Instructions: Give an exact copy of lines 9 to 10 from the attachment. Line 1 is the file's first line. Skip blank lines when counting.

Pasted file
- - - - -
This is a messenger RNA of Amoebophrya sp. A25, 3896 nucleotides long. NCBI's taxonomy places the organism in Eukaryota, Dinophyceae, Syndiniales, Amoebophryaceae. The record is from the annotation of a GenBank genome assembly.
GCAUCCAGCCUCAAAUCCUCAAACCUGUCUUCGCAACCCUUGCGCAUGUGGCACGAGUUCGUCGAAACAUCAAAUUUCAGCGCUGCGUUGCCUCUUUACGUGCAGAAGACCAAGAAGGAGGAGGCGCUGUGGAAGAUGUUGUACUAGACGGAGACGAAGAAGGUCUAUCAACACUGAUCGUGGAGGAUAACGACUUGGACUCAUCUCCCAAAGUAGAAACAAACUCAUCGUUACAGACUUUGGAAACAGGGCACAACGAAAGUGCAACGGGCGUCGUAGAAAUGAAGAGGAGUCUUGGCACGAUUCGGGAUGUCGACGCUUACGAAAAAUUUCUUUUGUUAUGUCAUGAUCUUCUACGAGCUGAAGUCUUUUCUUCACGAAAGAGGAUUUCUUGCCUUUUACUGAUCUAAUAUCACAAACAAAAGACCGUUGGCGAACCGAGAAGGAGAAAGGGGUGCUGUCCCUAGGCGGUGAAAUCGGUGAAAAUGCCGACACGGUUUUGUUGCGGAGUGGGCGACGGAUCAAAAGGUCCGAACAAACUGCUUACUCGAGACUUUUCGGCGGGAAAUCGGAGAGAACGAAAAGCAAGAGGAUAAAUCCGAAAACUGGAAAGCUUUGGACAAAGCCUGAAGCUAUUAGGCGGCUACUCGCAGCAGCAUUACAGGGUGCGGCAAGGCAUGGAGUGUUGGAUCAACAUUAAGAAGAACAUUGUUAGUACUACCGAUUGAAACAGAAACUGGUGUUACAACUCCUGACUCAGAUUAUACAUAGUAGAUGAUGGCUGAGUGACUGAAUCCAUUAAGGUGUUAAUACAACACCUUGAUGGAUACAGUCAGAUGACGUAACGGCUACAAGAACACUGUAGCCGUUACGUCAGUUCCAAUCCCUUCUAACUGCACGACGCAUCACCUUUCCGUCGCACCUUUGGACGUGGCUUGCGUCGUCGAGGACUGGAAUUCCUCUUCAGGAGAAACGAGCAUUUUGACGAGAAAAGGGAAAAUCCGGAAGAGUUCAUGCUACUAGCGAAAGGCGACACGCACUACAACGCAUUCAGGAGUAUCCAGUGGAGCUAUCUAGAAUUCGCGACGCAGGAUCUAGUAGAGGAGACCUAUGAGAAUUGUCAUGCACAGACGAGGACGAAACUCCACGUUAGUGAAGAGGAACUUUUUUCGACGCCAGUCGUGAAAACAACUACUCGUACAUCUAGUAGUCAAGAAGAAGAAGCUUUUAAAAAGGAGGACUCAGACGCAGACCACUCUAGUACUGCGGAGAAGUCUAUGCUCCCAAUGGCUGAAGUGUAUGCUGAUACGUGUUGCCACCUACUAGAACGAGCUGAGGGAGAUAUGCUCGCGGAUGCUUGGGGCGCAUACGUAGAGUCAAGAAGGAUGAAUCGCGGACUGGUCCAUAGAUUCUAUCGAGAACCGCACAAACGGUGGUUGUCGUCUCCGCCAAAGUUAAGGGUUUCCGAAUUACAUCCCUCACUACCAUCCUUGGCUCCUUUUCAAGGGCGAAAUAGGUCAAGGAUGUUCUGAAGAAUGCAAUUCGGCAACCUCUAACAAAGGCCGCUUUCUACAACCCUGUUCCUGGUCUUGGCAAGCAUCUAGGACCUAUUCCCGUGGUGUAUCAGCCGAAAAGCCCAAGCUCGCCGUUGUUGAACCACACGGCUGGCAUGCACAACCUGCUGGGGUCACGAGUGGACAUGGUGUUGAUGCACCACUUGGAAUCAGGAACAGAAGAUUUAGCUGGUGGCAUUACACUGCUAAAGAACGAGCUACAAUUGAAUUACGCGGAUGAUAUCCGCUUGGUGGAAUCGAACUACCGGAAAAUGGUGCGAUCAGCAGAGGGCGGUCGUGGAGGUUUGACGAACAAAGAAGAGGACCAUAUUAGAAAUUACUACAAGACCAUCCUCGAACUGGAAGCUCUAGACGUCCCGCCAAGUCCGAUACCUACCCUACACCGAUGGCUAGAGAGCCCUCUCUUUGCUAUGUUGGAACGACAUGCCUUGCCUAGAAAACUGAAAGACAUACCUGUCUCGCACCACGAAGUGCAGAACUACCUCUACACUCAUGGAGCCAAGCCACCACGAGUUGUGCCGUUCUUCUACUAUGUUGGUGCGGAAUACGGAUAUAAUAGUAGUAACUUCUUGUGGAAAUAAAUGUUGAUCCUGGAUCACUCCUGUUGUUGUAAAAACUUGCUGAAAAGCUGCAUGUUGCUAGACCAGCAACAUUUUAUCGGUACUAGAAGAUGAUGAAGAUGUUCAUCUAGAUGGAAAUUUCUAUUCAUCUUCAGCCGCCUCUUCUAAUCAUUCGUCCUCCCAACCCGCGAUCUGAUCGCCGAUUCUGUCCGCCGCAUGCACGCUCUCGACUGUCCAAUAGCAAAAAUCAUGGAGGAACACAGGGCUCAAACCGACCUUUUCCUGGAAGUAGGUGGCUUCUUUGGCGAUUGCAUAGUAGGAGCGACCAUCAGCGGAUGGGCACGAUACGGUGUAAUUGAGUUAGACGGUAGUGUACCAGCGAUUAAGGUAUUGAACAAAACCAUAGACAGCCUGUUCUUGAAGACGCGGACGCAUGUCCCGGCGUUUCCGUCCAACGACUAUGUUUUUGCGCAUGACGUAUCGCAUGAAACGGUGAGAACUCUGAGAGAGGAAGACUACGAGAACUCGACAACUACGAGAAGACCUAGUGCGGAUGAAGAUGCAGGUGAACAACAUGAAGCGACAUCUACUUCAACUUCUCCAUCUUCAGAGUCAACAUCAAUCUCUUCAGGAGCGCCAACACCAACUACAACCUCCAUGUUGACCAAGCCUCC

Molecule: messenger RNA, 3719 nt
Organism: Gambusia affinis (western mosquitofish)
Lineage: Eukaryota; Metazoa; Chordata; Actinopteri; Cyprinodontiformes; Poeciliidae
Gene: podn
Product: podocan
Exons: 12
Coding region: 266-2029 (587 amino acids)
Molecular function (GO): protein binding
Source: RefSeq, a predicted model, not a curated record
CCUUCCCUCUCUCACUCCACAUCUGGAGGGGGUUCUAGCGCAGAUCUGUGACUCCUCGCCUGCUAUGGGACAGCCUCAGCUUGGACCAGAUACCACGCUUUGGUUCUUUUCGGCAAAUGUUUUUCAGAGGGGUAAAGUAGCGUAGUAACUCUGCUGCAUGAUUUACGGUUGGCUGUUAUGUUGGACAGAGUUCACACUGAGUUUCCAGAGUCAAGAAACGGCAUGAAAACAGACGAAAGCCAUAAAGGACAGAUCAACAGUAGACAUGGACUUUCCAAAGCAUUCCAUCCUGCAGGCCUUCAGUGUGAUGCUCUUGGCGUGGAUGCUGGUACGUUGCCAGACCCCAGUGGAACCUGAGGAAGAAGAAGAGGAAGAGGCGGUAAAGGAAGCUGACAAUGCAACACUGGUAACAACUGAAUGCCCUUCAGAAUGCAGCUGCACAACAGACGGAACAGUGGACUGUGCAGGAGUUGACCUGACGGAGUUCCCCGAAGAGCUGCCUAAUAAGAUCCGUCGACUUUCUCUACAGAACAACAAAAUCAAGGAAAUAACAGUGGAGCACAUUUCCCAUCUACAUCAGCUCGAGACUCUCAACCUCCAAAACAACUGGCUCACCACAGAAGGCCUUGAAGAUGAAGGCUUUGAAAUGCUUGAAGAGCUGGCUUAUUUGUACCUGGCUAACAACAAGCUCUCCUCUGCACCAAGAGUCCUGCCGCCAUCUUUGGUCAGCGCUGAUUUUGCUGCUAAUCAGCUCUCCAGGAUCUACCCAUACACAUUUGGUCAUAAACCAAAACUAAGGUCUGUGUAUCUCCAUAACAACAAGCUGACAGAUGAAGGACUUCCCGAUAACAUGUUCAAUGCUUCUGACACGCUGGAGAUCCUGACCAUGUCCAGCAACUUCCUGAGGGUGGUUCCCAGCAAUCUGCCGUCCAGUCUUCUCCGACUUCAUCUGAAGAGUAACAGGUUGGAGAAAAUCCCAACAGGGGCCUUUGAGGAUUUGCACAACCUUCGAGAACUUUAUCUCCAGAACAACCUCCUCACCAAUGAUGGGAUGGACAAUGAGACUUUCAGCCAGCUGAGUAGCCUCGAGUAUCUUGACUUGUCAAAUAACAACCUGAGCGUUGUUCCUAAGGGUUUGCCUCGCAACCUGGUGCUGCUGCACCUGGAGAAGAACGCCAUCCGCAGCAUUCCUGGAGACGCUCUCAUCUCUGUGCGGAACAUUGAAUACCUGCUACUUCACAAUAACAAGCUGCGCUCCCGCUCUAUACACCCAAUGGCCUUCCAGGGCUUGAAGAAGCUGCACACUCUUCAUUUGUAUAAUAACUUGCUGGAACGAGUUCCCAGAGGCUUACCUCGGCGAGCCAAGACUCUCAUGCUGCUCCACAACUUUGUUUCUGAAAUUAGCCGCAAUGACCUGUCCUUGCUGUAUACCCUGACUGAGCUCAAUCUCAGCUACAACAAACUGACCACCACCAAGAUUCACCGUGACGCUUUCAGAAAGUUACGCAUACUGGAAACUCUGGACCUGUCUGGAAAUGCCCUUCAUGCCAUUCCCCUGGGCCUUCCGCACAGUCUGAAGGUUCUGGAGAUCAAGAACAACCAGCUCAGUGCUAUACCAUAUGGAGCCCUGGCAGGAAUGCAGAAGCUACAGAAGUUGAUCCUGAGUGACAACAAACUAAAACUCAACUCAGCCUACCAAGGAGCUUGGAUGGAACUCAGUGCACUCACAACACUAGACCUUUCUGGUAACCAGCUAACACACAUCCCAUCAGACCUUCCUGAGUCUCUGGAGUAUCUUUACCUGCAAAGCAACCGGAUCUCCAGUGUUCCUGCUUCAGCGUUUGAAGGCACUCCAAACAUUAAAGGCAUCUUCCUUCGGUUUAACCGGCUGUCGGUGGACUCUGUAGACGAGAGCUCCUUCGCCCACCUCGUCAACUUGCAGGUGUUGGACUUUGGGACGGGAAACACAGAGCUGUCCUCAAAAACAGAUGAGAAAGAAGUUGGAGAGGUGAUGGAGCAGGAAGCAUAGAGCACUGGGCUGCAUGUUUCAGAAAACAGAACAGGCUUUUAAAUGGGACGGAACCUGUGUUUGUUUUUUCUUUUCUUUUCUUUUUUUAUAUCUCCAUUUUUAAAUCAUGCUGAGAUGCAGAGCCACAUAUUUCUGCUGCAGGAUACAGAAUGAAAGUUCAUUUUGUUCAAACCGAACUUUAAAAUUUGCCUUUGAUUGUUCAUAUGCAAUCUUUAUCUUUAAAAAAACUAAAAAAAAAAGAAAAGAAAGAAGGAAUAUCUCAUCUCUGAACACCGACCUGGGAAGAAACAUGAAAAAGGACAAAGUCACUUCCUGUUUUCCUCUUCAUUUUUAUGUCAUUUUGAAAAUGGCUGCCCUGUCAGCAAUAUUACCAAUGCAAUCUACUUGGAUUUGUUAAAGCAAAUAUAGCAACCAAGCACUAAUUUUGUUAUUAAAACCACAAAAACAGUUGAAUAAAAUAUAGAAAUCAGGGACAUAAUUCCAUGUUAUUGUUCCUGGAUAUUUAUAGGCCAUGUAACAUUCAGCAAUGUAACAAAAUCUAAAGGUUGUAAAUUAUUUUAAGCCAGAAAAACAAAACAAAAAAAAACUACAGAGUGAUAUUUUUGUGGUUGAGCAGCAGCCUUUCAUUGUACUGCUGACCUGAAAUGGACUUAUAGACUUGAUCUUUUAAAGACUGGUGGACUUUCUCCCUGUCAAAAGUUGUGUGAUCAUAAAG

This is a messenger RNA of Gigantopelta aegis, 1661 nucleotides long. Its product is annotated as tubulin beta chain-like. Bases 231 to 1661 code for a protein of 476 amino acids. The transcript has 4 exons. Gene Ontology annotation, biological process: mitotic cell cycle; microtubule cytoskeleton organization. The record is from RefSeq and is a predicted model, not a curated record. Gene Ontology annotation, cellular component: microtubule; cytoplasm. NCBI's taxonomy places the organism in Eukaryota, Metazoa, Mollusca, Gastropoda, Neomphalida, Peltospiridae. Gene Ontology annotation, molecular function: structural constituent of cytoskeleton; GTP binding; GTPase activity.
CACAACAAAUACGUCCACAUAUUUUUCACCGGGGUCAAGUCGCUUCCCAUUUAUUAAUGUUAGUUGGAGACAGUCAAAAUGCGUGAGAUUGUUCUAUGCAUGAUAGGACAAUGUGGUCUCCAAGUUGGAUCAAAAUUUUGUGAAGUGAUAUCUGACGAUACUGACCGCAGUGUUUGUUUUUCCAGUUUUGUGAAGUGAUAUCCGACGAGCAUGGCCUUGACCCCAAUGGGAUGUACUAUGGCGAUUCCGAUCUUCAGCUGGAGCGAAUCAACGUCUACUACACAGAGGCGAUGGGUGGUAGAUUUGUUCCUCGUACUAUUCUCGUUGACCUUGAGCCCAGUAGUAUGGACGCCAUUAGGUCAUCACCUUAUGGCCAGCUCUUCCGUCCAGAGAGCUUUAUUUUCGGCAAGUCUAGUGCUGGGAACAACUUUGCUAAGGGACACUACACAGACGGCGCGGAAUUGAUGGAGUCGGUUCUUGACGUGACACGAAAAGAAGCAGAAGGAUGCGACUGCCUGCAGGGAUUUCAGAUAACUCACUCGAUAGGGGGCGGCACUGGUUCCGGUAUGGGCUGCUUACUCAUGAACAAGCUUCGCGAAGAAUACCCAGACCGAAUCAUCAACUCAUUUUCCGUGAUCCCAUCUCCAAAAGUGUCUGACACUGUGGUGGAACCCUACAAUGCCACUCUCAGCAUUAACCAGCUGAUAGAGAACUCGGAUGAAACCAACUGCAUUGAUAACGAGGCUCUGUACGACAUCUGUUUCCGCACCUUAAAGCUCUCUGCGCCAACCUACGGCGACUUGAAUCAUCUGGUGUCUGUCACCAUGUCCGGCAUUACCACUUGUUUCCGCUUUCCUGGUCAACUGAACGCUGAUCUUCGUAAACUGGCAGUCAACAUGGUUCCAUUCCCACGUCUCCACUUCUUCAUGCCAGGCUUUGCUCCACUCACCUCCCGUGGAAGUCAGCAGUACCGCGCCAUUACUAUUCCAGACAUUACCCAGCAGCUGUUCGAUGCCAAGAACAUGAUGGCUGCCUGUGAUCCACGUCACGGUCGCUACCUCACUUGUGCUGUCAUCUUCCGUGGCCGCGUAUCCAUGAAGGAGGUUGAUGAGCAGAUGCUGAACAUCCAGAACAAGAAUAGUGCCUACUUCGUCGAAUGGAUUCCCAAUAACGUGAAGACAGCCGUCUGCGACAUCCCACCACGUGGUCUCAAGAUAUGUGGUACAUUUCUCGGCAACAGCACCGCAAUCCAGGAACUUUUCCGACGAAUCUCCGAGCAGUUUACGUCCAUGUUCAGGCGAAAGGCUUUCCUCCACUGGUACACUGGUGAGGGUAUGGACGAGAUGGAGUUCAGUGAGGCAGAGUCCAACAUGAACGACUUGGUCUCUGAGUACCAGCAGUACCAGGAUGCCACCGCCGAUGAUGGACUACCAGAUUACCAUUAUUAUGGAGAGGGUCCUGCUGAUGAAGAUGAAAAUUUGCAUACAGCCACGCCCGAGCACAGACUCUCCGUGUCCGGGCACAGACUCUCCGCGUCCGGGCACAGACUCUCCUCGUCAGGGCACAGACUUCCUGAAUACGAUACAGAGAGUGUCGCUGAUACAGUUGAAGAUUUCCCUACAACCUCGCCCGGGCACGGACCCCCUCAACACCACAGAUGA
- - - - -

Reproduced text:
Coding region: 266-2029 (587 amino acids)
Molecular function (GO): protein binding